Most Google Employees Can't Separate Work From Their Personal Life

Google amsterdam D/DOCKGoogle employees in Amsterdam

When you think of what it’s like working at Google, free food, bean bags, and slides likely come to mind.

It turns out there’s a science behind it all, Quartz reports.

Inspired by The Framingham Heart Study, Google developed a long-term study called gDNA.

The aim of the study is to learn how to improve well-being, cultivate great leaders, better understand how happiness affects work, and how work affects happiness, Google SVP of People Operations Lazslo Block wrote in the Harvard Business Review.

In the gDNA study, 4,000 Google employees complete two anonymous, optional in-depth surveys every year. Two years in, Google has discovered that there are two main approaches to work-life balance: “segmentors” and “integrators.”

“Segmemtors” are people who can draw a line between work stress and the rest of their lives, allowing them to not think about work when they’re at home. But only 31% of Googlers can successfully draw boundaries between work and life.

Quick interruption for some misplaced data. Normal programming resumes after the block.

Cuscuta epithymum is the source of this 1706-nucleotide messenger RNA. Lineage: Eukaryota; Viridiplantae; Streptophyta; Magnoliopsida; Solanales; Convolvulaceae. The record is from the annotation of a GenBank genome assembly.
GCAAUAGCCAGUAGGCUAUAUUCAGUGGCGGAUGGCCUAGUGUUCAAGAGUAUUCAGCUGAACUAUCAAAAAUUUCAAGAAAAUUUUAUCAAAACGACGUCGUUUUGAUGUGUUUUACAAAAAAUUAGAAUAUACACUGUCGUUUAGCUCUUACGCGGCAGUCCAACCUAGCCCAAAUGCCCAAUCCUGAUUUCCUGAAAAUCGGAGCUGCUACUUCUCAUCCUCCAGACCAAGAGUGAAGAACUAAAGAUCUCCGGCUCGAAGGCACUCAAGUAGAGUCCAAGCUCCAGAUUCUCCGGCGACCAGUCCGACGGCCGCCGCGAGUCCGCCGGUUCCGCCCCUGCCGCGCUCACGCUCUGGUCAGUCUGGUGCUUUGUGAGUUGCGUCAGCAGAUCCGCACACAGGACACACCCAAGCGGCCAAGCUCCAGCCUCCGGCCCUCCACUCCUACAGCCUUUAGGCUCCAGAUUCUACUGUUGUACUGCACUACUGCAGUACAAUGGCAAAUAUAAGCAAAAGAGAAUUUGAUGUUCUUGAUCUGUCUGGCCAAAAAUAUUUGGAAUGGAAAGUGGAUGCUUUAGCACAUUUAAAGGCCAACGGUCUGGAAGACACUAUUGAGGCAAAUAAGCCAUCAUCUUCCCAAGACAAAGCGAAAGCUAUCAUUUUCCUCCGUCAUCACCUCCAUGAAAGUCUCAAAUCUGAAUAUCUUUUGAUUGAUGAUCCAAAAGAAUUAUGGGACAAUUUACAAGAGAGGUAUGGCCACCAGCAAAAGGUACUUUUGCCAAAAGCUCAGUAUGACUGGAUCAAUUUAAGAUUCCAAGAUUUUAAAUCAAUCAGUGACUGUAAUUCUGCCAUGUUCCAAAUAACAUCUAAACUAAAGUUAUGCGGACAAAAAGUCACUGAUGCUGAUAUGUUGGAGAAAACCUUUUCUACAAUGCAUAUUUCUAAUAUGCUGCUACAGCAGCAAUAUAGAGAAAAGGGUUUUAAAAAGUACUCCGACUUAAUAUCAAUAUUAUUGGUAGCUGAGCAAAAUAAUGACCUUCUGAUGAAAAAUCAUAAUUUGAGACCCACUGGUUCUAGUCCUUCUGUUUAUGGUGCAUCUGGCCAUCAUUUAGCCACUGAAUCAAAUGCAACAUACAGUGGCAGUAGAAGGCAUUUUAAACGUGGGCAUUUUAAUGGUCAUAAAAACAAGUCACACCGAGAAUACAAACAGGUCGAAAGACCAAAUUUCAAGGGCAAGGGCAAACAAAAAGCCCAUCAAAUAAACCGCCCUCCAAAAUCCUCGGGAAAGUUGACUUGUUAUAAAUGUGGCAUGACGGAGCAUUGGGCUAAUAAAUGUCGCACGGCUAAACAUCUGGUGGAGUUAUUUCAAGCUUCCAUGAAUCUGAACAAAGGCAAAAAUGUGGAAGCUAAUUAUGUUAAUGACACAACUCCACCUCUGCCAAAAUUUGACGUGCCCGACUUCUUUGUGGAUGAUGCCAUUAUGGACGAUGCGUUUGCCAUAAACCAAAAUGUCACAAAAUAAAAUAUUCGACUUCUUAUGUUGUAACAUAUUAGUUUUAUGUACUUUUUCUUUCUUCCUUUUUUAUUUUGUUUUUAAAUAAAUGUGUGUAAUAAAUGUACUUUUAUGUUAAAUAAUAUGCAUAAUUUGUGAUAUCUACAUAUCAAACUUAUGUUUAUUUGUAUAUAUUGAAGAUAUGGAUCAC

Meanwhile, “integrators,” which make up for 69% of Google employees, are unable to do that.

“For ‘Integrators,’ by contrast, work looms constantly in the background,” Bock writes. “They not only find themselves checking email all evening, but pressing refresh on gmail again and again to see if new work has come in.”

Unsurprisingly, half of these “Integrators” wish they could be more like “Segmentors.”

In order to address this, Google’s Dublin office has a program called “Google Goes Dark,”in which people have to leave their devices at the front desk before leaving for the night.

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